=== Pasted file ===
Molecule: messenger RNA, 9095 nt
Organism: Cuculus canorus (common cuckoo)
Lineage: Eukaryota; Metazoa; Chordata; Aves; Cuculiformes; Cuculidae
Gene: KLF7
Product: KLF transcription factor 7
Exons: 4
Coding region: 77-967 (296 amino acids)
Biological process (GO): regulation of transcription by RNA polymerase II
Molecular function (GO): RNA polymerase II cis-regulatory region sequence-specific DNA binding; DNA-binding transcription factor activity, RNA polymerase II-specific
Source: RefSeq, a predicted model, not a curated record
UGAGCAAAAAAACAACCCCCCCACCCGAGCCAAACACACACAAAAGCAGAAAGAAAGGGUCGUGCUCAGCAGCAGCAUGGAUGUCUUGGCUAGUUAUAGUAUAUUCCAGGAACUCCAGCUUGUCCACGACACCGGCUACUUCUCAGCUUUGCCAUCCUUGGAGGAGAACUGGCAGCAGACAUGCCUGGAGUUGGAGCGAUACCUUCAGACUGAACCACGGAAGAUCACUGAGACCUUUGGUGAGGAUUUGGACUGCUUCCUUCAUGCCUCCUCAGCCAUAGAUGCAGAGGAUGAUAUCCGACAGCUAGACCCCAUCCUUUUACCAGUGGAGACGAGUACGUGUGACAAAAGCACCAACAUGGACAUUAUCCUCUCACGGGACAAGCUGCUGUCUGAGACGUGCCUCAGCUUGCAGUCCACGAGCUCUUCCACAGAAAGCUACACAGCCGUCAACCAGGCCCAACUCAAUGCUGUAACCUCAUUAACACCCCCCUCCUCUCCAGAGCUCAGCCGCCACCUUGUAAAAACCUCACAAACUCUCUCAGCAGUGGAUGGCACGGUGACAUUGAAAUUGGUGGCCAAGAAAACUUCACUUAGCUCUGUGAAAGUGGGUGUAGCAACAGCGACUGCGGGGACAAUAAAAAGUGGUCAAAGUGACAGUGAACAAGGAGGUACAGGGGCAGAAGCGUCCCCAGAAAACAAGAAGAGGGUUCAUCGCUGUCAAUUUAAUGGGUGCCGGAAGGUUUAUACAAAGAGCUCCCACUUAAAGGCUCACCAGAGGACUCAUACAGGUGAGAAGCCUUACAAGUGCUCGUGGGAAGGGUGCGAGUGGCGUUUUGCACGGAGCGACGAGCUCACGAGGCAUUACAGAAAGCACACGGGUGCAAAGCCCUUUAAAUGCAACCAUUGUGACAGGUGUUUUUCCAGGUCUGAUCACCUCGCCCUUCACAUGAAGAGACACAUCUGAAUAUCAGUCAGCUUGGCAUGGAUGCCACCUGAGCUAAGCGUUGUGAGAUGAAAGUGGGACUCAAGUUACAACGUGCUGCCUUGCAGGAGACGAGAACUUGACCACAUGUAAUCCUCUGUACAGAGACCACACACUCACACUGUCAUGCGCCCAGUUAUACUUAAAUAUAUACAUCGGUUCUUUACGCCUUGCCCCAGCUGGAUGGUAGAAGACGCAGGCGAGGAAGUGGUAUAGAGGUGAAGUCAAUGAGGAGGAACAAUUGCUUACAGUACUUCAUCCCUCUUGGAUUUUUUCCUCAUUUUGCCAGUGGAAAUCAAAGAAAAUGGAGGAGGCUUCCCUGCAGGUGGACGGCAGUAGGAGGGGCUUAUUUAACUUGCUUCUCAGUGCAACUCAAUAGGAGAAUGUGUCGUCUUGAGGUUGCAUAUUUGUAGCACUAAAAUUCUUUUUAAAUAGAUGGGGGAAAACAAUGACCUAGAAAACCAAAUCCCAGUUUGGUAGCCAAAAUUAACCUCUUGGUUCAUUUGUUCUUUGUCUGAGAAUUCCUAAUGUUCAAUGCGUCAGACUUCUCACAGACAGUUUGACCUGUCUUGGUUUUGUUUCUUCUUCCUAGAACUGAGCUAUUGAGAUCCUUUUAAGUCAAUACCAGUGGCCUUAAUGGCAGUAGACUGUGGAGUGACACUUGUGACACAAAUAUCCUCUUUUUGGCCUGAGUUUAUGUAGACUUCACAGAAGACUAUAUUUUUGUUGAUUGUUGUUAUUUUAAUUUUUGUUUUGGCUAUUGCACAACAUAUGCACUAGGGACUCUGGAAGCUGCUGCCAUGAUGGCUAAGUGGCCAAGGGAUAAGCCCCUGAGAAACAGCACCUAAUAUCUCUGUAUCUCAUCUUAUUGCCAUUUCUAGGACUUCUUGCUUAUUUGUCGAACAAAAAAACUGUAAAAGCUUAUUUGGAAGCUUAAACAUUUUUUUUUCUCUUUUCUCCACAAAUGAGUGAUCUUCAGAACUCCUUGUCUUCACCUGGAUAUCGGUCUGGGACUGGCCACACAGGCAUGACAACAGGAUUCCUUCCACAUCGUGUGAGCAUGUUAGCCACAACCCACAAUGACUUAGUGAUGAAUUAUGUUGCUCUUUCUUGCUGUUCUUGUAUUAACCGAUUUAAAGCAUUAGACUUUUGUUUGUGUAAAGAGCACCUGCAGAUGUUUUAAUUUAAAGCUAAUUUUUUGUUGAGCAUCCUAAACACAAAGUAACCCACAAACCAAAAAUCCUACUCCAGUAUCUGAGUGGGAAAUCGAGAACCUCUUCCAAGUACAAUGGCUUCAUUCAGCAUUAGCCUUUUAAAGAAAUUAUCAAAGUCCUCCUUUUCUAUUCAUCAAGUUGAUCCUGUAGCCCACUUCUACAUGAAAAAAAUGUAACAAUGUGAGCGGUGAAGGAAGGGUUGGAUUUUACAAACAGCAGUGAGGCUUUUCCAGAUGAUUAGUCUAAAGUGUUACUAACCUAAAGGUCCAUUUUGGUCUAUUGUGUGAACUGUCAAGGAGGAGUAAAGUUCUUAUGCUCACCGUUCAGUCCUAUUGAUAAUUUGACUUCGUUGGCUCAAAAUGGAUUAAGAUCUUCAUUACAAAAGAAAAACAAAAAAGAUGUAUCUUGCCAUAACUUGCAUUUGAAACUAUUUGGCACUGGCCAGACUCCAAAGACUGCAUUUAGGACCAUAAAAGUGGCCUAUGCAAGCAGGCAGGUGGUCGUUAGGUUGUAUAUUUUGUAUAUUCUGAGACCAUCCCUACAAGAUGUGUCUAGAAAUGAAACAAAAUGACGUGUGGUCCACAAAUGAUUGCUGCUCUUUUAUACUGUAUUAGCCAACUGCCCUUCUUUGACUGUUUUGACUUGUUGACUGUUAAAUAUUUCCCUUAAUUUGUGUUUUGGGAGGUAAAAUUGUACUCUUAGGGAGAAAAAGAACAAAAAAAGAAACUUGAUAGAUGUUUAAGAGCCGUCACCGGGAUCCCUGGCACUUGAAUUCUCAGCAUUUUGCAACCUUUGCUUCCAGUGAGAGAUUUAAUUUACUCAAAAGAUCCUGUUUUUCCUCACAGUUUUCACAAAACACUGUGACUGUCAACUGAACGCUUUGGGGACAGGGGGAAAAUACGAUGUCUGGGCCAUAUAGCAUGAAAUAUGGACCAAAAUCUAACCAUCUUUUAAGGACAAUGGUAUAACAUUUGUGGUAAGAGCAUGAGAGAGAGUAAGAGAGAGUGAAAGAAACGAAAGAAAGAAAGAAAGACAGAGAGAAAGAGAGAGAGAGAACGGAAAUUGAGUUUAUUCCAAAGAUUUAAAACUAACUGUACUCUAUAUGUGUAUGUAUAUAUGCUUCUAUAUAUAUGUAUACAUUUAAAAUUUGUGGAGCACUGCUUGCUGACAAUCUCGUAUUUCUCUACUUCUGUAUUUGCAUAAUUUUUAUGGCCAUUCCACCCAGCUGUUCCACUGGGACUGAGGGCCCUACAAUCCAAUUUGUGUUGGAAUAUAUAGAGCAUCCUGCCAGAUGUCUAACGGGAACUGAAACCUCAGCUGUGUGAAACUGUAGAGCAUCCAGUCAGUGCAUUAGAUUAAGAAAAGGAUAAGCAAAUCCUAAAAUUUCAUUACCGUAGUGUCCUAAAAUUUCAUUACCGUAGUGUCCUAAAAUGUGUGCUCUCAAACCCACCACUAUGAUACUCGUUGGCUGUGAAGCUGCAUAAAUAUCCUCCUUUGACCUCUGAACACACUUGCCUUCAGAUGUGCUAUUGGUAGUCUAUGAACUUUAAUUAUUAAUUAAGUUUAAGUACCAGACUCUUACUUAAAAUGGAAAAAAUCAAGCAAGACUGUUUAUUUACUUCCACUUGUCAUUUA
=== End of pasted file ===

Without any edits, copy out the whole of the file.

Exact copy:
Molecule: messenger RNA, 9095 nt
Organism: Cuculus canorus (common cuckoo)
Lineage: Eukaryota; Metazoa; Chordata; Aves; Cuculiformes; Cuculidae
Gene: KLF7
Product: KLF transcription factor 7
Exons: 4
Coding region: 77-967 (296 amino acids)
Biological process (GO): regulation of transcription by RNA polymerase II
Molecular function (GO): RNA polymerase II cis-regulatory region sequence-specific DNA binding; DNA-binding transcription factor activity, RNA polymerase II-specific
Source: RefSeq, a predicted model, not a curated record
UGAGCAAAAAAACAACCCCCCCACCCGAGCCAAACACACACAAAAGCAGAAAGAAAGGGUCGUGCUCAGCAGCAGCAUGGAUGUCUUGGCUAGUUAUAGUAUAUUCCAGGAACUCCAGCUUGUCCACGACACCGGCUACUUCUCAGCUUUGCCAUCCUUGGAGGAGAACUGGCAGCAGACAUGCCUGGAGUUGGAGCGAUACCUUCAGACUGAACCACGGAAGAUCACUGAGACCUUUGGUGAGGAUUUGGACUGCUUCCUUCAUGCCUCCUCAGCCAUAGAUGCAGAGGAUGAUAUCCGACAGCUAGACCCCAUCCUUUUACCAGUGGAGACGAGUACGUGUGACAAAAGCACCAACAUGGACAUUAUCCUCUCACGGGACAAGCUGCUGUCUGAGACGUGCCUCAGCUUGCAGUCCACGAGCUCUUCCACAGAAAGCUACACAGCCGUCAACCAGGCCCAACUCAAUGCUGUAACCUCAUUAACACCCCCCUCCUCUCCAGAGCUCAGCCGCCACCUUGUAAAAACCUCACAAACUCUCUCAGCAGUGGAUGGCACGGUGACAUUGAAAUUGGUGGCCAAGAAAACUUCACUUAGCUCUGUGAAAGUGGGUGUAGCAACAGCGACUGCGGGGACAAUAAAAAGUGGUCAAAGUGACAGUGAACAAGGAGGUACAGGGGCAGAAGCGUCCCCAGAAAACAAGAAGAGGGUUCAUCGCUGUCAAUUUAAUGGGUGCCGGAAGGUUUAUACAAAGAGCUCCCACUUAAAGGCUCACCAGAGGACUCAUACAGGUGAGAAGCCUUACAAGUGCUCGUGGGAAGGGUGCGAGUGGCGUUUUGCACGGAGCGACGAGCUCACGAGGCAUUACAGAAAGCACACGGGUGCAAAGCCCUUUAAAUGCAACCAUUGUGACAGGUGUUUUUCCAGGUCUGAUCACCUCGCCCUUCACAUGAAGAGACACAUCUGAAUAUCAGUCAGCUUGGCAUGGAUGCCACCUGAGCUAAGCGUUGUGAGAUGAAAGUGGGACUCAAGUUACAACGUGCUGCCUUGCAGGAGACGAGAACUUGACCACAUGUAAUCCUCUGUACAGAGACCACACACUCACACUGUCAUGCGCCCAGUUAUACUUAAAUAUAUACAUCGGUUCUUUACGCCUUGCCCCAGCUGGAUGGUAGAAGACGCAGGCGAGGAAGUGGUAUAGAGGUGAAGUCAAUGAGGAGGAACAAUUGCUUACAGUACUUCAUCCCUCUUGGAUUUUUUCCUCAUUUUGCCAGUGGAAAUCAAAGAAAAUGGAGGAGGCUUCCCUGCAGGUGGACGGCAGUAGGAGGGGCUUAUUUAACUUGCUUCUCAGUGCAACUCAAUAGGAGAAUGUGUCGUCUUGAGGUUGCAUAUUUGUAGCACUAAAAUUCUUUUUAAAUAGAUGGGGGAAAACAAUGACCUAGAAAACCAAAUCCCAGUUUGGUAGCCAAAAUUAACCUCUUGGUUCAUUUGUUCUUUGUCUGAGAAUUCCUAAUGUUCAAUGCGUCAGACUUCUCACAGACAGUUUGACCUGUCUUGGUUUUGUUUCUUCUUCCUAGAACUGAGCUAUUGAGAUCCUUUUAAGUCAAUACCAGUGGCCUUAAUGGCAGUAGACUGUGGAGUGACACUUGUGACACAAAUAUCCUCUUUUUGGCCUGAGUUUAUGUAGACUUCACAGAAGACUAUAUUUUUGUUGAUUGUUGUUAUUUUAAUUUUUGUUUUGGCUAUUGCACAACAUAUGCACUAGGGACUCUGGAAGCUGCUGCCAUGAUGGCUAAGUGGCCAAGGGAUAAGCCCCUGAGAAACAGCACCUAAUAUCUCUGUAUCUCAUCUUAUUGCCAUUUCUAGGACUUCUUGCUUAUUUGUCGAACAAAAAAACUGUAAAAGCUUAUUUGGAAGCUUAAACAUUUUUUUUUCUCUUUUCUCCACAAAUGAGUGAUCUUCAGAACUCCUUGUCUUCACCUGGAUAUCGGUCUGGGACUGGCCACACAGGCAUGACAACAGGAUUCCUUCCACAUCGUGUGAGCAUGUUAGCCACAACCCACAAUGACUUAGUGAUGAAUUAUGUUGCUCUUUCUUGCUGUUCUUGUAUUAACCGAUUUAAAGCAUUAGACUUUUGUUUGUGUAAAGAGCACCUGCAGAUGUUUUAAUUUAAAGCUAAUUUUUUGUUGAGCAUCCUAAACACAAAGUAACCCACAAACCAAAAAUCCUACUCCAGUAUCUGAGUGGGAAAUCGAGAACCUCUUCCAAGUACAAUGGCUUCAUUCAGCAUUAGCCUUUUAAAGAAAUUAUCAAAGUCCUCCUUUUCUAUUCAUCAAGUUGAUCCUGUAGCCCACUUCUACAUGAAAAAAAUGUAACAAUGUGAGCGGUGAAGGAAGGGUUGGAUUUUACAAACAGCAGUGAGGCUUUUCCAGAUGAUUAGUCUAAAGUGUUACUAACCUAAAGGUCCAUUUUGGUCUAUUGUGUGAACUGUCAAGGAGGAGUAAAGUUCUUAUGCUCACCGUUCAGUCCUAUUGAUAAUUUGACUUCGUUGGCUCAAAAUGGAUUAAGAUCUUCAUUACAAAAGAAAAACAAAAAAGAUGUAUCUUGCCAUAACUUGCAUUUGAAACUAUUUGGCACUGGCCAGACUCCAAAGACUGCAUUUAGGACCAUAAAAGUGGCCUAUGCAAGCAGGCAGGUGGUCGUUAGGUUGUAUAUUUUGUAUAUUCUGAGACCAUCCCUACAAGAUGUGUCUAGAAAUGAAACAAAAUGACGUGUGGUCCACAAAUGAUUGCUGCUCUUUUAUACUGUAUUAGCCAACUGCCCUUCUUUGACUGUUUUGACUUGUUGACUGUUAAAUAUUUCCCUUAAUUUGUGUUUUGGGAGGUAAAAUUGUACUCUUAGGGAGAAAAAGAACAAAAAAAGAAACUUGAUAGAUGUUUAAGAGCCGUCACCGGGAUCCCUGGCACUUGAAUUCUCAGCAUUUUGCAACCUUUGCUUCCAGUGAGAGAUUUAAUUUACUCAAAAGAUCCUGUUUUUCCUCACAGUUUUCACAAAACACUGUGACUGUCAACUGAACGCUUUGGGGACAGGGGGAAAAUACGAUGUCUGGGCCAUAUAGCAUGAAAUAUGGACCAAAAUCUAACCAUCUUUUAAGGACAAUGGUAUAACAUUUGUGGUAAGAGCAUGAGAGAGAGUAAGAGAGAGUGAAAGAAACGAAAGAAAGAAAGAAAGACAGAGAGAAAGAGAGAGAGAGAACGGAAAUUGAGUUUAUUCCAAAGAUUUAAAACUAACUGUACUCUAUAUGUGUAUGUAUAUAUGCUUCUAUAUAUAUGUAUACAUUUAAAAUUUGUGGAGCACUGCUUGCUGACAAUCUCGUAUUUCUCUACUUCUGUAUUUGCAUAAUUUUUAUGGCCAUUCCACCCAGCUGUUCCACUGGGACUGAGGGCCCUACAAUCCAAUUUGUGUUGGAAUAUAUAGAGCAUCCUGCCAGAUGUCUAACGGGAACUGAAACCUCAGCUGUGUGAAACUGUAGAGCAUCCAGUCAGUGCAUUAGAUUAAGAAAAGGAUAAGCAAAUCCUAAAAUUUCAUUACCGUAGUGUCCUAAAAUUUCAUUACCGUAGUGUCCUAAAAUGUGUGCUCUCAAACCCACCACUAUGAUACUCGUUGGCUGUGAAGCUGCAUAAAUAUCCUCCUUUGACCUCUGAACACACUUGCCUUCAGAUGUGCUAUUGGUAGUCUAUGAACUUUAAUUAUUAAUUAAGUUUAAGUACCAGACUCUUACUUAAAAUGGAAAAAAUCAAGCAAGACUGUUUAUUUACUUCCACUUGUCAUUUA